But we're moving toward a point where 1/3 of women in North America give birth surgically. I think it's sad that so many women are viewing major surgery as the "normal" way to give birth. The stats are clear that mothers and babies are put at greater risk when babies are delivered via C-section. In some cases, the benefit outweighs that risk. In many, it does not. There are also many mothers here who view their C-sections as forced, unnecessary, scarring procedures.

Surgery is not a normal birth. Nature clearly intended another way, and I think it's time women reclaim that.

Please read my previous disclaimers before getting up in arms.
post #50 of 106
A baby born by c/s is still a baby, and is no different from a child who was born vaginally. Can you tell by looking? I can't.

I think it is a little silly to put ALL the weight on the last bit of the baby-creation experience. What makes a woman a mother is the WHOLE DEAL, including the whole pregnancy, every bit of birth, and all the years of caring for and raising the child. Why put so much emphasis on those few minutes?

Understandably, we want to talk about c/s with an eye to reducing unnecessary ones, because they are very traumatic and better avoided if possible. But the reason to avoid a c/s is not because "if i have a c/s i won't technically have born this baby and therefore I am not officially a mother." It is ridiculous to look at it that way when being a mother means so much more than just that little bit of the experience.
post #51 of 106
Thread Starter 
Leigh, can I ask what prompted your response? Was it something earlier in the thread? Because my last posts have very clearly stated that this is not about what makes someone a mother or whether or not C-sections are births. The mod has also asked that we get back to the topic at hand, which is about the word "normal" instead of "vaginal."
post #52 of 106
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Originally Posted by MsElle07 View Post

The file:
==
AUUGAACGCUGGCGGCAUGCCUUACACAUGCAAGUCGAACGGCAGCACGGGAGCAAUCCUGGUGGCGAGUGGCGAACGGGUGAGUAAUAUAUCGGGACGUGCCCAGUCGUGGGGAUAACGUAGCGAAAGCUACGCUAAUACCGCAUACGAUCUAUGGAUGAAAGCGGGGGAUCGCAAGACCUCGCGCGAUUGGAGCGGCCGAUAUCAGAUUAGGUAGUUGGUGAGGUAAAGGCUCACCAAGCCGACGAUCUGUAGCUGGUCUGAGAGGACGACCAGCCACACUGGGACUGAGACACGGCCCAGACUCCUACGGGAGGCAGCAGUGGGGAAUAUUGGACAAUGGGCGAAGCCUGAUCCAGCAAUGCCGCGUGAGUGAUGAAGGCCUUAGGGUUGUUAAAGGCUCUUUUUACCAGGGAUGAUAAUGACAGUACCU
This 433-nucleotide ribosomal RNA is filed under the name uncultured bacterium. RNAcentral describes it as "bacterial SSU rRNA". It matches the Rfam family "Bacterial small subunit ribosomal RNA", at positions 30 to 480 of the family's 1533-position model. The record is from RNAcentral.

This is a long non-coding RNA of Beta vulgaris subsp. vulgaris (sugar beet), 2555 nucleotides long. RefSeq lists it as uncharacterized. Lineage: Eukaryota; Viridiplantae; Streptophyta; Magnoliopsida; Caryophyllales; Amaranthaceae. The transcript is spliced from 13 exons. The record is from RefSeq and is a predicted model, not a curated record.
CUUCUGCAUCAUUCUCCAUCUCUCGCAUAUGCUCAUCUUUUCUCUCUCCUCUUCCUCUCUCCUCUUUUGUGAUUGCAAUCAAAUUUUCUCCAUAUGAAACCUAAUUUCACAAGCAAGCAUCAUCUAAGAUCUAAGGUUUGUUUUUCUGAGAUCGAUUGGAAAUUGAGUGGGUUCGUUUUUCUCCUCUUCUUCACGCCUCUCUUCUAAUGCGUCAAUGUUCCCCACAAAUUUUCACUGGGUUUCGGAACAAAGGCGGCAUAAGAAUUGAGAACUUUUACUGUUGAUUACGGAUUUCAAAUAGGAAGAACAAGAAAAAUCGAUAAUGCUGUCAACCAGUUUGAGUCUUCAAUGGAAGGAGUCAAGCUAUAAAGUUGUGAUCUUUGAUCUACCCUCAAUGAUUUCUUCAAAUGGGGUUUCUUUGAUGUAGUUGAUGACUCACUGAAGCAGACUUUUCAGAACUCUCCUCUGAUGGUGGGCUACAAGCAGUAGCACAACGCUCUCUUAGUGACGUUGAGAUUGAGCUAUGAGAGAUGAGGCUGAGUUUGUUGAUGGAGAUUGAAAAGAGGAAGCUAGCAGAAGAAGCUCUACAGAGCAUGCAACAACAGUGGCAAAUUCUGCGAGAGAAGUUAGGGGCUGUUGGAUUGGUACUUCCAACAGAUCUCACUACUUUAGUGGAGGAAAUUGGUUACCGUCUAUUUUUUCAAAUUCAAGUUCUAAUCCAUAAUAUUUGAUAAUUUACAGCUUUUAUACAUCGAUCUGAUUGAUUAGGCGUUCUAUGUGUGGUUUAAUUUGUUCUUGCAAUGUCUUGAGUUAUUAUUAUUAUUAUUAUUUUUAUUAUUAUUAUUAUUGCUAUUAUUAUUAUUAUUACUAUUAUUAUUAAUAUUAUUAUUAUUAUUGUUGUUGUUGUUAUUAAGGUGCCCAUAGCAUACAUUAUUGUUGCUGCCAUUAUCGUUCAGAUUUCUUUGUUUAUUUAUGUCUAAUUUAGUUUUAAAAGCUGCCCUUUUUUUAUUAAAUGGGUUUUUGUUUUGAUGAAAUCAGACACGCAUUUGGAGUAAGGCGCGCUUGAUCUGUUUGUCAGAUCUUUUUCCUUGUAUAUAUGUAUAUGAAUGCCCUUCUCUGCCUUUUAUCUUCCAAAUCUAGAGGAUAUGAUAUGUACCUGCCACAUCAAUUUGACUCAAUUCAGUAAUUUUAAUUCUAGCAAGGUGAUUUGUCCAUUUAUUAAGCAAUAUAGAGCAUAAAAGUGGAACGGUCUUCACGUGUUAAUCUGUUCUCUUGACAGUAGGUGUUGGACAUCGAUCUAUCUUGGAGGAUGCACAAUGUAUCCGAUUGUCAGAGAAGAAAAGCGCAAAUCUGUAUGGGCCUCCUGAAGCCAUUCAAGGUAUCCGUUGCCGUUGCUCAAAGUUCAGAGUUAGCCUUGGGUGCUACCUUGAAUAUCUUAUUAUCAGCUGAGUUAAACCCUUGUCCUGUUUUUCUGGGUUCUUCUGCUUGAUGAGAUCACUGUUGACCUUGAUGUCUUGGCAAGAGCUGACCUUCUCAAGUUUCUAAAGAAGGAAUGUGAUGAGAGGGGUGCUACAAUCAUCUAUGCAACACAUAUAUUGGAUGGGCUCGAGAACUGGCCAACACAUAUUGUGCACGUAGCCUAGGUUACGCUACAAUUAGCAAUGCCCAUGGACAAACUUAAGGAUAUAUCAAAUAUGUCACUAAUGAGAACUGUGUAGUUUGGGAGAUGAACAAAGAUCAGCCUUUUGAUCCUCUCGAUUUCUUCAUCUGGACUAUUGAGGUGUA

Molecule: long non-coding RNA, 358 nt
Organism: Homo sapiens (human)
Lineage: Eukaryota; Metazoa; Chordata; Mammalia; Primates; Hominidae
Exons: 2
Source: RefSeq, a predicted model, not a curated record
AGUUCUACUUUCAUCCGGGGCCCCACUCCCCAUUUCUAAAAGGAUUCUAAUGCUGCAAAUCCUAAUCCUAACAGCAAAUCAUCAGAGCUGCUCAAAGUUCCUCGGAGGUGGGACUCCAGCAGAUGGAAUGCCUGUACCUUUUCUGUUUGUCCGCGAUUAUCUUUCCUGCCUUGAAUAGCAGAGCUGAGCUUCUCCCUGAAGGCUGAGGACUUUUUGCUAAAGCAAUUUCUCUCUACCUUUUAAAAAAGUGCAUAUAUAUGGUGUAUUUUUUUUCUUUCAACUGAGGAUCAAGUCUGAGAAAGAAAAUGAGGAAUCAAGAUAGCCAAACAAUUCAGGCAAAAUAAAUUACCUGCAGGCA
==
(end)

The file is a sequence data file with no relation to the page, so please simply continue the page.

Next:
Leigh, can I ask what prompted your response? Was it something earlier in the thread? Because my last posts have very clearly stated that this is not about what makes someone a mother or whether or not C-sections are births. The mod has also asked that we get back to the topic at hand, which is about the word "normal" instead of "vaginal."
Ok, I'll give it a try.

"Natural" would identify more with the process of nature, while "normal" is identified by cultural standards.

Normal is a very subjective word, as the last three pages have clearly indicated. In the 1950's it was "normal" to be knocked unconscious while the father stood outside in the hallway waiting to see a nurse carrying his baby away to the nursery.
Today, women are asked to lie on their backs to labor and deliver, and I find that not only very uncomfortable (painful, let's be honest! I did this so I know!) but definitely not natural. Yet, it's considered normal.
I could insert here many examples of what a certain culture or society collectively finds normal that would generate myriad differing, emotional opinions.

SO -- It seems to me that with one-third to nearly half of all births resulting from c-section, there is a need to differentiate between the two methods. So, in that respect, I prefer the term "vaginal" to describe a birth during which the baby was born through the vaginal canal.

"Normal" is far too subjective. "Natural" has no clear definition any more. But since I've arrived at this, I would gently offer up that "natural" could mean unaided. Then again, unaided by what? Perhaps that demands another thread altogether.
post #53 of 106
Personally, if we are going to make "political" statements by using specific nomenclature to describe birth... I'd like to start with making the word VAGINAL a word we can all use proudly and comfortably in conversation... no matter the type of birth one has had.
post #54 of 106
Quote:
Originally Posted by MsElle07 View Post
Leigh, can I ask what prompted your response? Was it something earlier in the thread? Because my last posts have very clearly stated that this is not about what makes someone a mother or whether or not C-sections are births. The mod has also asked that we get back to the topic at hand, which is about the word "normal" instead of "vaginal."
I just don't like the idea of anyone feeling like they are less of a mother because they had a c/s. It is still such a wonderful and miraculous thing to have made a baby. It was really saddening me that there are so many women whose mothering experience is somehow contaminated by negative feelings about that one aspect.

I know the mod said to stop talking about it, but there were several posts after that where some were still expressing feeling bad about having a c/s, and I guess I was trying to be comforting. Sorry if i contributed to the off-topicness.

I just want every mother to have the opportunity to feel pure and uninterrupted joy about their baby!
post #55 of 106
Quote:
Originally Posted by chinaKat View Post
Personally, if we are going to make "political" statements by using specific nomenclature to describe birth... I'd like to start with making the word VAGINAL a word we can all use proudly and comfortably in conversation... no matter the type of birth one has had.
AMEN sister!
post #56 of 106
Thread Starter 
Quote:
Originally Posted by chinaKat View Post